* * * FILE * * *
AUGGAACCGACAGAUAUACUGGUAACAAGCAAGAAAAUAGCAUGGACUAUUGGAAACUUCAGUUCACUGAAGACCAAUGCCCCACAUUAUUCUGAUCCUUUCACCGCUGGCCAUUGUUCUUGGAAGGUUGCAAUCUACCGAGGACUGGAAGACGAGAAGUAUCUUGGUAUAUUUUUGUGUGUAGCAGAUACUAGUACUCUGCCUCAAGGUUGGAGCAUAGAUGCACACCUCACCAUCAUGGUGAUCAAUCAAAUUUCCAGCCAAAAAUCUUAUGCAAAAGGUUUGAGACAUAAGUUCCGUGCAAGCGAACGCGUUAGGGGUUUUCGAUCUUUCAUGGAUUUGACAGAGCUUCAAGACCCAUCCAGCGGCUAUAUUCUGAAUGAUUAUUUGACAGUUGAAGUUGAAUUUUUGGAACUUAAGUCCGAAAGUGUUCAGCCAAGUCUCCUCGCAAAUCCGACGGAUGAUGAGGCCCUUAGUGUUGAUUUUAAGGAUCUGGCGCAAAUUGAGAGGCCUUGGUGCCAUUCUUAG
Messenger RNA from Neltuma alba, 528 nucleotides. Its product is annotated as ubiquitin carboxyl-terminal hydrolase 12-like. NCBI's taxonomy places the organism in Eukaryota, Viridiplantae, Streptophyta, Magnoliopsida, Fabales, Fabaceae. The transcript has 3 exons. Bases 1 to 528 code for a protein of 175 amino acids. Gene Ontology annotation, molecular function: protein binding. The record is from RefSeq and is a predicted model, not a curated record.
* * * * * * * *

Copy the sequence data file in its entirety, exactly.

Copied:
AUGGAACCGACAGAUAUACUGGUAACAAGCAAGAAAAUAGCAUGGACUAUUGGAAACUUCAGUUCACUGAAGACCAAUGCCCCACAUUAUUCUGAUCCUUUCACCGCUGGCCAUUGUUCUUGGAAGGUUGCAAUCUACCGAGGACUGGAAGACGAGAAGUAUCUUGGUAUAUUUUUGUGUGUAGCAGAUACUAGUACUCUGCCUCAAGGUUGGAGCAUAGAUGCACACCUCACCAUCAUGGUGAUCAAUCAAAUUUCCAGCCAAAAAUCUUAUGCAAAAGGUUUGAGACAUAAGUUCCGUGCAAGCGAACGCGUUAGGGGUUUUCGAUCUUUCAUGGAUUUGACAGAGCUUCAAGACCCAUCCAGCGGCUAUAUUCUGAAUGAUUAUUUGACAGUUGAAGUUGAAUUUUUGGAACUUAAGUCCGAAAGUGUUCAGCCAAGUCUCCUCGCAAAUCCGACGGAUGAUGAGGCCCUUAGUGUUGAUUUUAAGGAUCUGGCGCAAAUUGAGAGGCCUUGGUGCCAUUCUUAG
Messenger RNA from Neltuma alba, 528 nucleotides. Its product is annotated as ubiquitin carboxyl-terminal hydrolase 12-like. NCBI's taxonomy places the organism in Eukaryota, Viridiplantae, Streptophyta, Magnoliopsida, Fabales, Fabaceae. The transcript has 3 exons. Bases 1 to 528 code for a protein of 175 amino acids. Gene Ontology annotation, molecular function: protein binding. The record is from RefSeq and is a predicted model, not a curated record.